“Thriller” at 30
There’s a superb piece by Steve Greenberg here about how “Thriller”, 30 years old this month, changed the world. He talks at great length about the huge sales tally, the singles, the videos turning on MTV audiences, how black pop …
There’s a superb piece by Steve Greenberg here about how “Thriller”, 30 years old this month, changed the world. He talks at great length about the huge sales tally, the singles, the videos turning on MTV audiences, how black pop trumped rock and all the other record industry facts and figures. And he also talks about the artist at the heart of it all, the former child star who was already a huge star but who became a gigantic, worldwide superstar on the back of that album.
“The thing which never ceases to amaze me is that Michael Jackson pulled off what is perhaps the rarest trick in any field”, writes Greenberg. “After more than a decade of being an absolutely huge superstar…he somehow found an extra gear and suddenly transcended mere superstardom, redefining the very notion of how big someone in his field could be.”
It’s quite hard to imagine an artist like Jackson and an album like “Thriller” coming to the fore in quite the same fashion again. Too much has changed for a record of that sort to have the same resonance again. Pop’s machines and machinations are different. Try to imagine Jackson operating in an era of Twitter. Try to imagine Jackson doing a Rihanna and flying around the world with a couple of hundred hacks onboard the plane. Try to imagine Jackson moonwalking across a stage having the same wow factor in 2012. Try – and shudder – to imagine Jackson hawking his wares on The X Factor or American Idol like everyone else.
Musically, “Thriller” was quite the perfect record, a set of songs which brought everyone to the yard, a pop record which swings and sounds remarkably fresh today. As you’d imagine, there are many stories and myths behind its recording – all those Quincy Jones’ yarns, for instance – but the truth is that we haven’t seen a record like it since. Greenberg believes that you can never say never in this regard, but it’s hard to see how it could happen. Thanks to the all-seeing-eyes of pop reality TV shows, audiences are now way more aware and knowledgable about what happens behind the scenes with acts. It’s not cynicism, more that sense of seen-it-all-before. We know how pop works and there are no secrets or mysteries anymore around it. The kind of distinctive, striking, colourful videos with which Jackson spread the word about his talents are still being made, but you could never imagine anything matching the palaver that the “Thriller” video caused when it was first aired.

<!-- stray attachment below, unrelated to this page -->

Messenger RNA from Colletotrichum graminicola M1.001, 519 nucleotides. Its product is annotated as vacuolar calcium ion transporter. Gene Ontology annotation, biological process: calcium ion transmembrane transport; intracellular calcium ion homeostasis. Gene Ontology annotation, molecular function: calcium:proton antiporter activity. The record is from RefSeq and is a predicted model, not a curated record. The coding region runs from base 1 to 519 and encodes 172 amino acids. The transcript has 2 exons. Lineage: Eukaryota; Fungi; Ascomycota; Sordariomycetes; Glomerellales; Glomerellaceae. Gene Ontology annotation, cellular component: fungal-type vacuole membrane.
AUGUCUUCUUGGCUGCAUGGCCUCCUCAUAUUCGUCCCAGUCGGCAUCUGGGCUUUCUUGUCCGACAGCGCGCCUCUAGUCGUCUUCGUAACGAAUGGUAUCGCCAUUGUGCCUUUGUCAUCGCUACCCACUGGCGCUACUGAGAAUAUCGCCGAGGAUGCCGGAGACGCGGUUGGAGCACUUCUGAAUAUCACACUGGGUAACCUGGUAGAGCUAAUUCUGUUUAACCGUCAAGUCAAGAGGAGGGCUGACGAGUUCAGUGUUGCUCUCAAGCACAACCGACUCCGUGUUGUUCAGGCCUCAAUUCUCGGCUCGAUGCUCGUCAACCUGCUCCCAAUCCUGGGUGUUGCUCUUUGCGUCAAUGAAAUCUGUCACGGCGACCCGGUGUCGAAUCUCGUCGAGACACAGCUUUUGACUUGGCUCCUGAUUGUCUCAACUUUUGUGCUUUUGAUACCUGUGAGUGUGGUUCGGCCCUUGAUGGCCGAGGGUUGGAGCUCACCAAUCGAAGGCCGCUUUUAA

Jackson never created anything as astonishing as “Thriller” again. He tried, but it proved to be beyond him. There were notions and plans to hook him up with a hip producer, but nothing worked. Instead, he became a troubled star, a man whose every action was a tabloid headline and who lived an increasingly bizarre lifetyle. You kept wondering if he wished he could go back to a time before “Thriller”, a time before it all went crazy, a time before the boy in the bubble became the man in the mirror. You also wondered if he still cared about the music, if he still was hearing music in his head that he wanted to bring to the world.
Because when you listen to “Thriller” today, you still get that thrill. That thrill never left. It’s pop music as it was also supposed to be, a freewheeling collection of brilliant tunes put in place by a kid at the very top of his game. When we remember Jackson, let’s remember him the way he was and sounded 30 years ago.